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Asheville’s Rev. Franklin Graham delivers conservative message to eclectic hometown
Sunday, 03 November 2019 14:27
By JOHN NORTH
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The Rev Franklin Graham’s Decision America Tar Heel State Tour, which made its final stop in Asheville, provided a message of hope in words and music in a veritable pep rally for traditional Christianity that drew a full house on late afternoon Oct. 13 at downtown’s U.S. Cellular Center.

An estimated 5,500 people attended in what appeared to be a sellout event to hear an Asheville native who — at least according to Asheville’s television station WLOS’ report — is considered “one of America’s most controversial ministers.”

Outside, there were protesters — mainly clad in black — who stayed until the end. “Those who spoke with us say they’re concerned about the preacher’s position on the rights of LGBTQ persons, and marriage equality,” WLOS reported immediately afterward.

“This particular political group-religious group has supported for the last 30 or so years policies that have killed a lot of people,” WLOS quoted Moira Goree of Asheville as saying at the event.

Franklin Graham is the fourth of five children of the late Rev. Billy Graham, a world-renowned preacher and evangelist, and his wife Ruth Bell Graham, who lived in nearby Montreat. One of Billy Graham’s biographers has placed Billy Graham “among the most influential Christian leaders” of the 20th century, according to Wikipedia. 

His eldest son Franklin, 67, who lives in nearby Boone, has followed in his father’s footsteps and took the helm of the latter’s evangelical empire during his father twilight years. Billy Graham died at age 99 on Feb 21, 2018 at his Montreat home.

In addition to serving as president and chief executive officer of the Billy Graham Evangelistic Association, Franklin Graham is president of Boone-based Samaritan’s Purse, an international Christian relief organization.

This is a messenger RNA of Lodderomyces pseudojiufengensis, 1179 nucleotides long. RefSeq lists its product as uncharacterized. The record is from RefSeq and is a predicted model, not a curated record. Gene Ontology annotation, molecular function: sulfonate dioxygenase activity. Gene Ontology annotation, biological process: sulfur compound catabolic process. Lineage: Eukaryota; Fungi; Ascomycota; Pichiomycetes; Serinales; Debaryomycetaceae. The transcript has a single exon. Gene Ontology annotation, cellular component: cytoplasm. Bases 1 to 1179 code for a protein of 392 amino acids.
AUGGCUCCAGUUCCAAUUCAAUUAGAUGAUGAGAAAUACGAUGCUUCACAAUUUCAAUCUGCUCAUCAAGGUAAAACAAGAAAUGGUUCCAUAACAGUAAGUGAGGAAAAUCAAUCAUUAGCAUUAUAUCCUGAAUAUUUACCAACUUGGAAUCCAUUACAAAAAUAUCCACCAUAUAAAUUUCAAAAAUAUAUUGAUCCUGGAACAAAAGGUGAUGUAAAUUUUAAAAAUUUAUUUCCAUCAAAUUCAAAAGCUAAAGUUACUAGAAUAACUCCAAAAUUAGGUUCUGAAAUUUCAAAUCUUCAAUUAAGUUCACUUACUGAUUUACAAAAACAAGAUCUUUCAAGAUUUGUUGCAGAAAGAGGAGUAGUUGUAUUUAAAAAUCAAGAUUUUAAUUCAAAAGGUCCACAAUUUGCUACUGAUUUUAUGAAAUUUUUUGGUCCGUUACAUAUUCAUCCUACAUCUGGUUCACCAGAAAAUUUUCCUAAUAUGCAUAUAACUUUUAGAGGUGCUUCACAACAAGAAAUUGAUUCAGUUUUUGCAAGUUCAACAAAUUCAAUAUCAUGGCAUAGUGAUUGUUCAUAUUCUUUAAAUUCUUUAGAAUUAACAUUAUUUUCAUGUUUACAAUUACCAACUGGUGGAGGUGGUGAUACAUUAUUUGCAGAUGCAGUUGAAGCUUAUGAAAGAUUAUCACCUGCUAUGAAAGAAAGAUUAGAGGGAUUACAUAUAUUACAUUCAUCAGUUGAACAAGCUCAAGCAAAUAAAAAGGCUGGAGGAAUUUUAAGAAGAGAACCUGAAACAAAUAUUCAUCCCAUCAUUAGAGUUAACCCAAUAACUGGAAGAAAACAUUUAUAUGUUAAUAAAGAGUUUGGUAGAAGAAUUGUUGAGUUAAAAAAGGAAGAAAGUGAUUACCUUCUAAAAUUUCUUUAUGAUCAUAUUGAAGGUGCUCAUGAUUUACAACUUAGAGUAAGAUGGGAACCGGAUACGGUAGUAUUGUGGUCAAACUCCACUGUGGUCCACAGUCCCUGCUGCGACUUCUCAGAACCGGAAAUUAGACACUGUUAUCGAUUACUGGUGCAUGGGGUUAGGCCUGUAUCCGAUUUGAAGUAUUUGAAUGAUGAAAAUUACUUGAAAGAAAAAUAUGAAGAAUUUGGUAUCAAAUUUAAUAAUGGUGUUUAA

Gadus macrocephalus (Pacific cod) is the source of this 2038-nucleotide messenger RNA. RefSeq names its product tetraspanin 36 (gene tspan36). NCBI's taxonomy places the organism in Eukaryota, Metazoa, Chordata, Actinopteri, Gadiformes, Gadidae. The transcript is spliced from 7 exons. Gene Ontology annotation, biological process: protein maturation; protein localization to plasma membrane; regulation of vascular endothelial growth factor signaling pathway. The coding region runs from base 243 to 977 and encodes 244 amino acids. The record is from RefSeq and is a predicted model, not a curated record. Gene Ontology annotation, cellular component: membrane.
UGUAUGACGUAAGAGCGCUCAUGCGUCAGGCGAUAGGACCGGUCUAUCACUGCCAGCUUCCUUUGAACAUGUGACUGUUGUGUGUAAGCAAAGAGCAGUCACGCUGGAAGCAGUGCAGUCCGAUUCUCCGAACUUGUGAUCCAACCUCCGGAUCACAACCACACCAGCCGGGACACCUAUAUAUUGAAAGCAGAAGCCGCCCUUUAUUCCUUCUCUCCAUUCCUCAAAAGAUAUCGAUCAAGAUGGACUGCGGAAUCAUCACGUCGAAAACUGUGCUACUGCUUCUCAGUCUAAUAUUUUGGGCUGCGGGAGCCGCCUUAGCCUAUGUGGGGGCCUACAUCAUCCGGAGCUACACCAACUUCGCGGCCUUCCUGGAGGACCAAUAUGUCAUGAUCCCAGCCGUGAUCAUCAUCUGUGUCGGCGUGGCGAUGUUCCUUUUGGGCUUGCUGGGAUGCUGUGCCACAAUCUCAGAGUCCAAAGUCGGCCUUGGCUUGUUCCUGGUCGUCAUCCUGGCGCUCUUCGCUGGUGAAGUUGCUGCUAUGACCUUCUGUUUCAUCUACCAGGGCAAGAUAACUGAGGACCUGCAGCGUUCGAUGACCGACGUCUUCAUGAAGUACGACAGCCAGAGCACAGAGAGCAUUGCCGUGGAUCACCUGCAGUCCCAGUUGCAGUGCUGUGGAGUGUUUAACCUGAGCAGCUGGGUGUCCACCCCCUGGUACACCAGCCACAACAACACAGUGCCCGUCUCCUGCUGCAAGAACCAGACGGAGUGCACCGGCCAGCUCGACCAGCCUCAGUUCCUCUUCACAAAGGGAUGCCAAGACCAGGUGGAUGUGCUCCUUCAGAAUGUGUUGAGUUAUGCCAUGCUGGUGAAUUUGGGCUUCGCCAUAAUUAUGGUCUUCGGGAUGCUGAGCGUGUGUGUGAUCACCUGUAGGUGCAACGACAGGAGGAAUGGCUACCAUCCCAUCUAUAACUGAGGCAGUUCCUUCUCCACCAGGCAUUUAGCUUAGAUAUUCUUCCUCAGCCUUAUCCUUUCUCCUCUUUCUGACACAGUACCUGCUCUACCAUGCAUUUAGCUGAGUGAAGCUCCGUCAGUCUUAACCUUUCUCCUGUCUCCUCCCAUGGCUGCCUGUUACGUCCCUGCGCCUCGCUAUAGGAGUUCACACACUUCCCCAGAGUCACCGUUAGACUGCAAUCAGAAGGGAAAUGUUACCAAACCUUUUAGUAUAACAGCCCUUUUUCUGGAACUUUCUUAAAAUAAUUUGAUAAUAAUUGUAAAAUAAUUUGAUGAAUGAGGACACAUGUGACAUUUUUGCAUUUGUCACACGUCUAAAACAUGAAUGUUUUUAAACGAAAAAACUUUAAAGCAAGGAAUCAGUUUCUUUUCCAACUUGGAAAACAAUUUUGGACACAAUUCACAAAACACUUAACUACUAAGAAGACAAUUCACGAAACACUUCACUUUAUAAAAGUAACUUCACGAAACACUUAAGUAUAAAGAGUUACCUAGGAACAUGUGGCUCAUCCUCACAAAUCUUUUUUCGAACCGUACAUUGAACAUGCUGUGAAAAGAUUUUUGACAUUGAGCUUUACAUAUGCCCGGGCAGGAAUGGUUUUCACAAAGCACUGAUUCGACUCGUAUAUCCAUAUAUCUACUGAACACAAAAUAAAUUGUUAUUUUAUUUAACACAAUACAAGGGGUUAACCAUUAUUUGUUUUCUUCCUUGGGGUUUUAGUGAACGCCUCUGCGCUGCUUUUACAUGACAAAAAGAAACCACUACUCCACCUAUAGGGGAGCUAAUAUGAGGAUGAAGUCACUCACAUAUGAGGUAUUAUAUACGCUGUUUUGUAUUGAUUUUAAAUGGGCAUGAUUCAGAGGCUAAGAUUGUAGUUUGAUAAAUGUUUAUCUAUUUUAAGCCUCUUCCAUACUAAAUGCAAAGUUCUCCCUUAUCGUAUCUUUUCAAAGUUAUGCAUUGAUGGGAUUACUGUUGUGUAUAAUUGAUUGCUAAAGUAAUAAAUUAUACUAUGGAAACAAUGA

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Mahatma Gandhi’s grandson shares experiences, insights
Sunday, 03 November 2019 14:10

Activist-author-journalist addresses ‘Be the Change: Creating Peace Within and Without’

MILLS RIVER — Dr. Arun Gandhi, the grandson of Mohandas K. Ghandi, aka “the Mahatma” or “great soul”), addressed “Be the Change: Creating Peace Within and Without” during two separate sold-out addresses — one in the morning and one in the evening — Oct. 5 in the sanctuary at Unity of the Blue Ridge.

Approximately 230 people attended each of Gandhi’s two talks at Unity.

What’s more, on Oct. 6, the Unity church in Mills River celebrated its 70th anniversary with a combined service with a rededication blessing by Dr. Arun Gandhi.

“Unity, known informally as Unity Church, is a New Thought Christian organization that publishes the Daily Word devotional publication,” Wikipedia said of Unity.

In conjunction with his visit, Unity held a weekly fall book study, led by the Rev. ´Élan Lambert, of Dr. Arun Gandhi’s book, “The Gift of Anger and Other Lessons from My Grandfather Mahatma Gandhi,” which ran from Sept. 19 to Oct. 24.

The morning program, which the Daily Planet covered, opened with an interfaith processional, which included Gandhi; a welcome and opening prayer by the Rev. Darlene Strickland, Unity’s senior minister; a haunting version of “Song of Peace” ballad sung by Asheville’s Kat Williams, who was the event’s featured vocalist, along with her soul-stirring rendition of “If You’re Out There,” which drew much applause from the audience — and other songs.

Williams was accompanied by Unity’s Unitic Band, led by Asheville’s Richard Shulman, who plays piano in the four-piece group, along with serving as its music director.
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